Our inalienable right to know
The refusal of the Duterte administration to immediately show the 29 agreements it signed with China is downright appalling. It goes against the very nature of representative government, and a blatant betrayal of the fundamental principle that public office is a public trust.
A full, detailed and immediate accounting is necessary of what our government committed to China in behalf of the Filipino people.
Even if the government eventually relents and shows the agreements, it’s still outrageous that our leaders have the audacity to think that they can keep the people in the dark on agreements they have entered into with a foreign country, especially one that is most distrusted by our people. In the most recent Social Weather Stations survey, 85 percent of Filipinos rejected the Philippine government’s inaction against Chinese aggression in the South China Sea, including in areas that belong to the Philippines.
As of this writing, Foreign Secretary Teodoro Locsin Jr. has only read in a television interview bits and pieces of one agreement, the Memorandum of Understanding on Cooperation on Oil and Gas Development.
Given our territorial conflict with China, and the many controversies that China has been accused of in its business dealings with numerous countries, the obligation of the Philippine government even goes beyond promptly showing the signed agreements.
Before the signing of the agreements, the drafts should have been disclosed and subjected to public debate. The recognition by our government of “[t]he right of the people to information on matters of public concern,” as clearly written in our Constitution, is of paramount importance given the circumstances of the foreign country involved.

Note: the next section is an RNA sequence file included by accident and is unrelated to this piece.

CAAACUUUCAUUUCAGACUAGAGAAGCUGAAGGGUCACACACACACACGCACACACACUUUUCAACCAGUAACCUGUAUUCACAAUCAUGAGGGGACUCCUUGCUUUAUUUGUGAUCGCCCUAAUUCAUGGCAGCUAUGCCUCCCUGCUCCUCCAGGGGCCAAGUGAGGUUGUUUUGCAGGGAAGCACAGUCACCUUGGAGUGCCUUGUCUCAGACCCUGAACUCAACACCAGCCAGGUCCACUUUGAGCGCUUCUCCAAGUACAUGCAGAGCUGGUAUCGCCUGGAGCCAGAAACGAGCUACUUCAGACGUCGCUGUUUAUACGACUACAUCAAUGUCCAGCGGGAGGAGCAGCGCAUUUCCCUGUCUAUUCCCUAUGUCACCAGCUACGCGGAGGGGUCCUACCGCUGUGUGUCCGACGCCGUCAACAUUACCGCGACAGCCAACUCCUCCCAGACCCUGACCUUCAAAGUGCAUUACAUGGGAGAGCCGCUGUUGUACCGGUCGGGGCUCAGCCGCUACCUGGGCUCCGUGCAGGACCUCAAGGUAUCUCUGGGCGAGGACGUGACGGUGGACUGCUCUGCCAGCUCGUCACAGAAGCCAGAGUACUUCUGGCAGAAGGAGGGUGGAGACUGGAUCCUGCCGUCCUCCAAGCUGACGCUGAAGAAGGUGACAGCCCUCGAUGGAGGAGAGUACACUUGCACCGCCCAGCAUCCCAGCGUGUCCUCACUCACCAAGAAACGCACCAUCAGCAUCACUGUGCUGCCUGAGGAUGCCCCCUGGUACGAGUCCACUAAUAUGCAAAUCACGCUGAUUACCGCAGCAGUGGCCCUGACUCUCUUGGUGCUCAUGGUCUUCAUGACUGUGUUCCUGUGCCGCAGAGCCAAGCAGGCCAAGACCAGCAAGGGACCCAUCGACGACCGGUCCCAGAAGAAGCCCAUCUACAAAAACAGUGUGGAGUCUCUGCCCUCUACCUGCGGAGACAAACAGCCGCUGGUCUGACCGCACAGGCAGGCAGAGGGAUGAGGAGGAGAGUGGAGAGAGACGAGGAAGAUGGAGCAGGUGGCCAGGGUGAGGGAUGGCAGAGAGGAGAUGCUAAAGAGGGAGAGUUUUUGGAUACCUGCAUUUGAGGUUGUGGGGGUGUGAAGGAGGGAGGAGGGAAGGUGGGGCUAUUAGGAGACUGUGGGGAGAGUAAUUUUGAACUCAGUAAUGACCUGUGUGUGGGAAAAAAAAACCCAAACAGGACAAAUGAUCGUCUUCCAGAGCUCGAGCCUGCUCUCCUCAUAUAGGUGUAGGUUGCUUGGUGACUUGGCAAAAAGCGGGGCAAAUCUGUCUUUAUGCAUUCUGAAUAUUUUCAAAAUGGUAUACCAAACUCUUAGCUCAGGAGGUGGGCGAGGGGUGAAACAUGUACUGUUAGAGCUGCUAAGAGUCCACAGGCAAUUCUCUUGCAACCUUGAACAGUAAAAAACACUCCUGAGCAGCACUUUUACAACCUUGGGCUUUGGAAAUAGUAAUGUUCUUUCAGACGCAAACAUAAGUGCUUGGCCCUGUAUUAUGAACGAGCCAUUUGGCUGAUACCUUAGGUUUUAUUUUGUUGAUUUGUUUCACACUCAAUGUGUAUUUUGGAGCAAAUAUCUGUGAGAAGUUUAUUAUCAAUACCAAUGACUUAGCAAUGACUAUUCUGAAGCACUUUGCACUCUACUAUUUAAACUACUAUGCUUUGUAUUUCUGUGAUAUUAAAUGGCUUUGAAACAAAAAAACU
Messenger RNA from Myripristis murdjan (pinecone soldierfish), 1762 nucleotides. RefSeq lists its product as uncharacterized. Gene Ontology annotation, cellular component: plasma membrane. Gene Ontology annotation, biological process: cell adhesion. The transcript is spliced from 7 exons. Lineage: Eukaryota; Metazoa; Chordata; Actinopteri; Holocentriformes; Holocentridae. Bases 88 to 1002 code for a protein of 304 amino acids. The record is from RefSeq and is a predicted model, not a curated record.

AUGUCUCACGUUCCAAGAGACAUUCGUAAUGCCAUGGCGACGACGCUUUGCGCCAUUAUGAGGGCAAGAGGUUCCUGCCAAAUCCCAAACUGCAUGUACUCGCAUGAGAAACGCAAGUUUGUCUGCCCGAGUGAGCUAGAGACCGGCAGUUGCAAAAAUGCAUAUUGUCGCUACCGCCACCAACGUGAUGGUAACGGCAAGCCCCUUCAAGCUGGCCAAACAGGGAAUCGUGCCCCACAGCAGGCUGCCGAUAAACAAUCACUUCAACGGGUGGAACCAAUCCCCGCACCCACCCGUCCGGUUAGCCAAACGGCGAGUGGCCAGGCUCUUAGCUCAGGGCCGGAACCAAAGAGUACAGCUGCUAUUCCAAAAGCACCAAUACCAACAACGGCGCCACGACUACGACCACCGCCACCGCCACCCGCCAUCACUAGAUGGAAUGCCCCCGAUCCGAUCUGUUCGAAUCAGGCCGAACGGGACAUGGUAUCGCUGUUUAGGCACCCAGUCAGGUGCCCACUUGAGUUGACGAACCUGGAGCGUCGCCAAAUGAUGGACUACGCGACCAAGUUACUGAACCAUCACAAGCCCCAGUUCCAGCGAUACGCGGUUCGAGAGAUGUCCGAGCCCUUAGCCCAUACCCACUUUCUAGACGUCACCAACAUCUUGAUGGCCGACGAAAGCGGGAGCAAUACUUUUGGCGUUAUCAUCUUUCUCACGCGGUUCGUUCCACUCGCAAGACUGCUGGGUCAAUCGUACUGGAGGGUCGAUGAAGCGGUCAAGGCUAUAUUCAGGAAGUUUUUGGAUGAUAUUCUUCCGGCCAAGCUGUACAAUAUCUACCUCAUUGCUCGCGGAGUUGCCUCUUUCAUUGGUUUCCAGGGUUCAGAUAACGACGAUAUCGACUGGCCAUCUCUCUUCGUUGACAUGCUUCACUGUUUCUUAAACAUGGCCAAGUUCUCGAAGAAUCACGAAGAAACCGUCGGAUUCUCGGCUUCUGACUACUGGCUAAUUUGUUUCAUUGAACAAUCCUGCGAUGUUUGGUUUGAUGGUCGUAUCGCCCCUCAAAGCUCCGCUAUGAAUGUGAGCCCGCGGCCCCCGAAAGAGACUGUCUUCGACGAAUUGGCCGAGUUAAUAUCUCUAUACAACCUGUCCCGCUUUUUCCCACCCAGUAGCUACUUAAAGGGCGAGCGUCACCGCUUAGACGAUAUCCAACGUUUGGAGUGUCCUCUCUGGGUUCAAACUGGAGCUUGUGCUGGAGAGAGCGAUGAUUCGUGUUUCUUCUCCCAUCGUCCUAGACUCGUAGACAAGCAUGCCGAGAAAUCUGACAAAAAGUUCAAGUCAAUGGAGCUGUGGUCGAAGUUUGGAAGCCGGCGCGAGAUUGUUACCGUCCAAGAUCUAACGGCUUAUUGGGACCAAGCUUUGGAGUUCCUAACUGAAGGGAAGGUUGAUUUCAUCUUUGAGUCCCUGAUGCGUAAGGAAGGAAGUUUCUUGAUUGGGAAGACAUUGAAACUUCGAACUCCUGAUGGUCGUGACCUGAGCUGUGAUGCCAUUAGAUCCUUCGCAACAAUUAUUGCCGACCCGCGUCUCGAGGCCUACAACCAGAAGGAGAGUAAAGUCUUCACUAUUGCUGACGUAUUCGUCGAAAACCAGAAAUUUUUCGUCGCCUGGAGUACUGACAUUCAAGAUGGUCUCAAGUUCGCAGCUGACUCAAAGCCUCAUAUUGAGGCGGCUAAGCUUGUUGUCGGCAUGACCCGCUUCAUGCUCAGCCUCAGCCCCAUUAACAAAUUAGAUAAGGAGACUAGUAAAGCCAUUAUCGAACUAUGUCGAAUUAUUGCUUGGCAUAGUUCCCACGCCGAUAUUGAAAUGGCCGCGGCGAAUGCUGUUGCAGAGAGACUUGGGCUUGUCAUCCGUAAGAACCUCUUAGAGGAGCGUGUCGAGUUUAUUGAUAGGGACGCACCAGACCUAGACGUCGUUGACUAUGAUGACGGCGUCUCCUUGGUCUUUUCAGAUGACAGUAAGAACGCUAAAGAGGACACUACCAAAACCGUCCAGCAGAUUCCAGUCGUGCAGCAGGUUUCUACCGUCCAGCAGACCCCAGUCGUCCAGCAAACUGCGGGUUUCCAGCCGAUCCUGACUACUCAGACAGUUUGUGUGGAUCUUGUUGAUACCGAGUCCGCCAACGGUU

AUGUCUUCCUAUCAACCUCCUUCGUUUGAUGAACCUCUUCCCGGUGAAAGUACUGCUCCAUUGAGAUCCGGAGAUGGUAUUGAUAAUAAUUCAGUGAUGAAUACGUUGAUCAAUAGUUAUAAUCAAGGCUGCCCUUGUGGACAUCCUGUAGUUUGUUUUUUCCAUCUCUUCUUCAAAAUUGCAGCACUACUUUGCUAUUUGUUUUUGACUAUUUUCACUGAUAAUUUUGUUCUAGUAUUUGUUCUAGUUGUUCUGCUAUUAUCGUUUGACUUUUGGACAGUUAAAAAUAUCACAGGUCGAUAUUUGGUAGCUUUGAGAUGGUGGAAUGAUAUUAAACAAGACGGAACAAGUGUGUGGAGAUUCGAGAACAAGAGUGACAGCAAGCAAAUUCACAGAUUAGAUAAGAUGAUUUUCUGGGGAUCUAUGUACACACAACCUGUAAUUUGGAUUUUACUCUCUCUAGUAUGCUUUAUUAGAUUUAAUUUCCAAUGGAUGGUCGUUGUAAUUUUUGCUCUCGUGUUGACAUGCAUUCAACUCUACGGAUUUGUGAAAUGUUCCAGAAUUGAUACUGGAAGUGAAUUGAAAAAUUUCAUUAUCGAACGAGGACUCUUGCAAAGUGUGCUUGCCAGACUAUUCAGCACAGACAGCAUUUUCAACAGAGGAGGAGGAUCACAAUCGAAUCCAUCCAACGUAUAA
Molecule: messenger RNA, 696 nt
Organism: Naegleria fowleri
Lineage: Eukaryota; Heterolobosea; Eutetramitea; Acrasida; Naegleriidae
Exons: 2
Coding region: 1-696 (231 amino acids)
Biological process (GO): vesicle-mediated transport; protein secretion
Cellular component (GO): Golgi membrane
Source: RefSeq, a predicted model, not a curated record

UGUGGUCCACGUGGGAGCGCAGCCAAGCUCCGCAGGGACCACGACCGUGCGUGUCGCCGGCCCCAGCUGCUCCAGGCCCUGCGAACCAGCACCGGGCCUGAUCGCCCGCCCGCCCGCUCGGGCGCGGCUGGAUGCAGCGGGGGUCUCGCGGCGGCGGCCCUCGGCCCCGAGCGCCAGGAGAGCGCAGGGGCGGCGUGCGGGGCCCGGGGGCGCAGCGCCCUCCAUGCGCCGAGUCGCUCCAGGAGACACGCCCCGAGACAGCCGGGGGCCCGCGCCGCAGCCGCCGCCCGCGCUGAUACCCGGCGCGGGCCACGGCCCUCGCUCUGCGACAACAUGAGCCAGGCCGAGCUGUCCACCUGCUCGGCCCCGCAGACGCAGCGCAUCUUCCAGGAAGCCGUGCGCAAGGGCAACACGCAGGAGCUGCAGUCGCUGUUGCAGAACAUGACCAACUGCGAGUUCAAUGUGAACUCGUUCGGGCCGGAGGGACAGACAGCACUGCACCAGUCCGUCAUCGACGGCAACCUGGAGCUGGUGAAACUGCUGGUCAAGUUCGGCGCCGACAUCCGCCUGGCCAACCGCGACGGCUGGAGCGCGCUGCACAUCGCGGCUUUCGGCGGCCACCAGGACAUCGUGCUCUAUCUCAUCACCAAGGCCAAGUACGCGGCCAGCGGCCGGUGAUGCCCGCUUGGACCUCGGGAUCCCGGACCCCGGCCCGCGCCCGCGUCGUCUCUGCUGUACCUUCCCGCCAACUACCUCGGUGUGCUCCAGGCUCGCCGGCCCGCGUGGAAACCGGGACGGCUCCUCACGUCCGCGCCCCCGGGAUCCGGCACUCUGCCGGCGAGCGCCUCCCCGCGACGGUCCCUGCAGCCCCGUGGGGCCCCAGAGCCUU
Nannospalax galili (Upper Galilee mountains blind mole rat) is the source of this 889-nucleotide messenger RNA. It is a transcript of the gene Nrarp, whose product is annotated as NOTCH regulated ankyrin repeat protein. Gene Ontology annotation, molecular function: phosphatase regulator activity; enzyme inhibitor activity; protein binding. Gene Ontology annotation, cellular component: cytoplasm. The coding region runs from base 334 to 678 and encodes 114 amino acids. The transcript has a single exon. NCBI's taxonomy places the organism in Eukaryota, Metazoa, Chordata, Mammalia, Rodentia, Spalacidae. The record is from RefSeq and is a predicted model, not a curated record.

Locsin offered the justification that the consent of China is needed for the Philippine government to disclose the full contents of at least one agreement, because it supposedly contains a confidentiality clause which requires our government to obtain China’s approval before any disclosure is made.
Any “confidentiality clause” in a commercial agreement entered into by our government with a foreign government is totally ridiculous and absolutely unconstitutional.
Where did the Duterte administration obtain the power to surrender to a foreign country the Filipino people’s constitutional right to know what their own government has committed in their own behalf?
Our government’s obligation to disclose agreements it enters into, most especially with foreign countries, is an inalienable right that cannot be contractually bargained away by the President, his Cabinet secretaries, and even by Congress.
Without the fulfillment of this disclosure responsibility by the executive branch, the bedrocks of our system of government are compromised.
First, the people’s rights of free expression, to petition the government and to hold rallies, all for the purpose of influencing the actions of their government, will be worthless if the executive branch withholds information and documents.
Second, the oversight powers of Congress—its conduct of legislative investigations and its delivery of consent or disapproval to certain kinds of international agreements—will be rendered toothless if the executive branch does not disclose the full text of the agreements.
Third, the certiorari powers of the Supreme Court to declare that the executive branch has either abused or exceeded its powers in entering into an agreement with a foreign country will be rendered useless, if the executive branch does not even show the agreements.
Our government’s refusal to show to its people the agreements it committed to China gives compelling credence to two accusations: that we are under a de facto dictatorship because the Duterte administration can do anything it wants regardless of what the Constitution says, and that we have become an outpost of a foreign country with leaders who act like provincial chieftains kowtowing to the sovereignty of China.
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